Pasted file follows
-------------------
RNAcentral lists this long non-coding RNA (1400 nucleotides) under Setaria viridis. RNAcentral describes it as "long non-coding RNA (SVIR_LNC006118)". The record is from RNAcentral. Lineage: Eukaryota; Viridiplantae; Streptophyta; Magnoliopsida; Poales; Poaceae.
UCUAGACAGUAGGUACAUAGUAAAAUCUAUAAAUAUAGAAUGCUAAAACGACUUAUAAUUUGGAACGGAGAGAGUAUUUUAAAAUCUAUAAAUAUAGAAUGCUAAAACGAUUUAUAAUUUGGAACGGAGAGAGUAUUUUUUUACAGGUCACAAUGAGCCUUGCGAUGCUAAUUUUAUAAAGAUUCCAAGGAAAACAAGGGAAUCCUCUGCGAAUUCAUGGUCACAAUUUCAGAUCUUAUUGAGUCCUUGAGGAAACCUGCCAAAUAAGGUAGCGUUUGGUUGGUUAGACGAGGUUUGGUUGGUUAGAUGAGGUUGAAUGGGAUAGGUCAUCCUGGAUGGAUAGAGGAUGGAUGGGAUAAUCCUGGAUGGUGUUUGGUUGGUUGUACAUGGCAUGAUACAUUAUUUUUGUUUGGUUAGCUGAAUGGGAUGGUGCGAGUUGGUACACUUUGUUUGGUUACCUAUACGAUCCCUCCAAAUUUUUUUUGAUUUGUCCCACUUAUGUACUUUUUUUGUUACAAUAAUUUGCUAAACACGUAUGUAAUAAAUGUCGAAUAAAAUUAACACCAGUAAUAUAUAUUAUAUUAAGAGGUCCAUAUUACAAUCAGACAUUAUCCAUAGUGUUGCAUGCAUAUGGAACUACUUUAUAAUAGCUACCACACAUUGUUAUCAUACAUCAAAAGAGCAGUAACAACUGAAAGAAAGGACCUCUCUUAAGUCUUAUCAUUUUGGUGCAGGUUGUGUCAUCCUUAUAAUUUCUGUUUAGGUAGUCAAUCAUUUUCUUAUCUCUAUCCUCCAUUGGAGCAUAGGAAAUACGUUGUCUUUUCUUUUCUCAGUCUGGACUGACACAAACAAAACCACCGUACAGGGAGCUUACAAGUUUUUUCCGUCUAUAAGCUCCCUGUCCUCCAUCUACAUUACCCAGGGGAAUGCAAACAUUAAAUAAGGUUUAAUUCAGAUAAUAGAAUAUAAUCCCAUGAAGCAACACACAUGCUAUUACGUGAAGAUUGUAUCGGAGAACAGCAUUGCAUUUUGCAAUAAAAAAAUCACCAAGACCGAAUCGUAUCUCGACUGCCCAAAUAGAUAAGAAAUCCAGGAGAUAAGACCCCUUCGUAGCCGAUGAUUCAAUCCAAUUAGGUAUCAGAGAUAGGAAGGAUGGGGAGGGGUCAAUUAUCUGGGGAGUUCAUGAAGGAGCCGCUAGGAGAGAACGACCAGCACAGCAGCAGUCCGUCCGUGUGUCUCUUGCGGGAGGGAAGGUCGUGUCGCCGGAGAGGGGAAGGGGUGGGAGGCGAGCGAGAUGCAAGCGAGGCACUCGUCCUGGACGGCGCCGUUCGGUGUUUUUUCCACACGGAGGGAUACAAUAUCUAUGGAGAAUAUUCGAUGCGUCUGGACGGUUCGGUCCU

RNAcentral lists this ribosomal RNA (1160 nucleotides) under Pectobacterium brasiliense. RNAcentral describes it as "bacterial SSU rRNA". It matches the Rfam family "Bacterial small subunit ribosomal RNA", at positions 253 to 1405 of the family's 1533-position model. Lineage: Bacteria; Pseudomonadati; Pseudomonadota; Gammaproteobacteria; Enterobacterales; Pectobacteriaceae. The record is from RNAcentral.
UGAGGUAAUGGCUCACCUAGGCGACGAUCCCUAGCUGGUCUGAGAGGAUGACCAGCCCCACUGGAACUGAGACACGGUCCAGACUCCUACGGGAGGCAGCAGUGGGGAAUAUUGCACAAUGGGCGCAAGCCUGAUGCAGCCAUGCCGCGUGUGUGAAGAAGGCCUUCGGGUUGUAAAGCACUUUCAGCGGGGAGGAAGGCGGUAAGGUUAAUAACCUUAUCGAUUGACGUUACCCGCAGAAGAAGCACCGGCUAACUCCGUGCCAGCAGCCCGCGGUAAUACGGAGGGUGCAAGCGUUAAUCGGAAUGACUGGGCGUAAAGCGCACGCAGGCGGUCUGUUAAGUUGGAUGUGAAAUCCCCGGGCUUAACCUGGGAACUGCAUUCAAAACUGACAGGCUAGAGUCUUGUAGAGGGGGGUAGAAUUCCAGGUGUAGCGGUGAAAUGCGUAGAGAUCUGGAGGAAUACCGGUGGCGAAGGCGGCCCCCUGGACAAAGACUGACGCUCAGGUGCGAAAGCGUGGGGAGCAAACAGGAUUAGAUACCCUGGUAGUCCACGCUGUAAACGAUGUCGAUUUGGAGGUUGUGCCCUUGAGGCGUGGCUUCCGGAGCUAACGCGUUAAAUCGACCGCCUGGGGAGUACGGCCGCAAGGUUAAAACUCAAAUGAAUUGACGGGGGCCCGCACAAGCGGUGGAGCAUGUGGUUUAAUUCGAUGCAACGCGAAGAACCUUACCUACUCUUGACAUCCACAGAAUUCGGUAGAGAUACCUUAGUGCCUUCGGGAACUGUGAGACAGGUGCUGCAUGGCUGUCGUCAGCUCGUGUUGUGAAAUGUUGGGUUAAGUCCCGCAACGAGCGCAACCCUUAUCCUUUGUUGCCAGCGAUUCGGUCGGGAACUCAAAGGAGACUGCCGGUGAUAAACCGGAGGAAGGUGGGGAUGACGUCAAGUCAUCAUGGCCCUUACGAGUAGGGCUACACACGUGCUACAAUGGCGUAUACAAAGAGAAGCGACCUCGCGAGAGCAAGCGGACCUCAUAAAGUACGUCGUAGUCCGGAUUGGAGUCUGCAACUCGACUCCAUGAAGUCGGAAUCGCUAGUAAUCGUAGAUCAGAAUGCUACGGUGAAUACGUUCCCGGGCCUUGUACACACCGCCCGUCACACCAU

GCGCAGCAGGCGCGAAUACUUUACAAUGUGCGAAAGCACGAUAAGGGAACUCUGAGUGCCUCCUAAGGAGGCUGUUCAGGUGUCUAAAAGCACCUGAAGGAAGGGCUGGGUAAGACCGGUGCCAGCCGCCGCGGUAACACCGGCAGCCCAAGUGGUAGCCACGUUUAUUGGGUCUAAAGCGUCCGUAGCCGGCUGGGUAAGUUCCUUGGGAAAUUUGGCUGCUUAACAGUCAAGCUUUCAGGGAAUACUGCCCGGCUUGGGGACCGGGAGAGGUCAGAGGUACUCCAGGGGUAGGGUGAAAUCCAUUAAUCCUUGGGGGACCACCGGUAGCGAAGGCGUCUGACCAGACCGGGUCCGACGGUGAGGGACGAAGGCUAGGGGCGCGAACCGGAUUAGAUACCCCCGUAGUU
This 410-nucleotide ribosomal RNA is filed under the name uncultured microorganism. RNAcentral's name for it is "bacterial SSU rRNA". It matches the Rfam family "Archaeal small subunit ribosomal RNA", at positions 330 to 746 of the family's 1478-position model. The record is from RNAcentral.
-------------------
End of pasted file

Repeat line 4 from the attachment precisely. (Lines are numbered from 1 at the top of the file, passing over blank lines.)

UGAGGUAAUGGCUCACCUAGGCGACGAUCCCUAGCUGGUCUGAGAGGAUGACCAGCCCCACUGGAACUGAGACACGGUCCAGACUCCUACGGGAGGCAGCAGUGGGGAAUAUUGCACAAUGGGCGCAAGCCUGAUGCAGCCAUGCCGCGUGUGUGAAGAAGGCCUUCGGGUUGUAAAGCACUUUCAGCGGGGAGGAAGGCGGUAAGGUUAAUAACCUUAUCGAUUGACGUUACCCGCAGAAGAAGCACCGGCUAACUCCGUGCCAGCAGCCCGCGGUAAUACGGAGGGUGCAAGCGUUAAUCGGAAUGACUGGGCGUAAAGCGCACGCAGGCGGUCUGUUAAGUUGGAUGUGAAAUCCCCGGGCUUAACCUGGGAACUGCAUUCAAAACUGACAGGCUAGAGUCUUGUAGAGGGGGGUAGAAUUCCAGGUGUAGCGGUGAAAUGCGUAGAGAUCUGGAGGAAUACCGGUGGCGAAGGCGGCCCCCUGGACAAAGACUGACGCUCAGGUGCGAAAGCGUGGGGAGCAAACAGGAUUAGAUACCCUGGUAGUCCACGCUGUAAACGAUGUCGAUUUGGAGGUUGUGCCCUUGAGGCGUGGCUUCCGGAGCUAACGCGUUAAAUCGACCGCCUGGGGAGUACGGCCGCAAGGUUAAAACUCAAAUGAAUUGACGGGGGCCCGCACAAGCGGUGGAGCAUGUGGUUUAAUUCGAUGCAACGCGAAGAACCUUACCUACUCUUGACAUCCACAGAAUUCGGUAGAGAUACCUUAGUGCCUUCGGGAACUGUGAGACAGGUGCUGCAUGGCUGUCGUCAGCUCGUGUUGUGAAAUGUUGGGUUAAGUCCCGCAACGAGCGCAACCCUUAUCCUUUGUUGCCAGCGAUUCGGUCGGGAACUCAAAGGAGACUGCCGGUGAUAAACCGGAGGAAGGUGGGGAUGACGUCAAGUCAUCAUGGCCCUUACGAGUAGGGCUACACACGUGCUACAAUGGCGUAUACAAAGAGAAGCGACCUCGCGAGAGCAAGCGGACCUCAUAAAGUACGUCGUAGUCCGGAUUGGAGUCUGCAACUCGACUCCAUGAAGUCGGAAUCGCUAGUAAUCGUAGAUCAGAAUGCUACGGUGAAUACGUUCCCGGGCCUUGUACACACCGCCCGUCACACCAU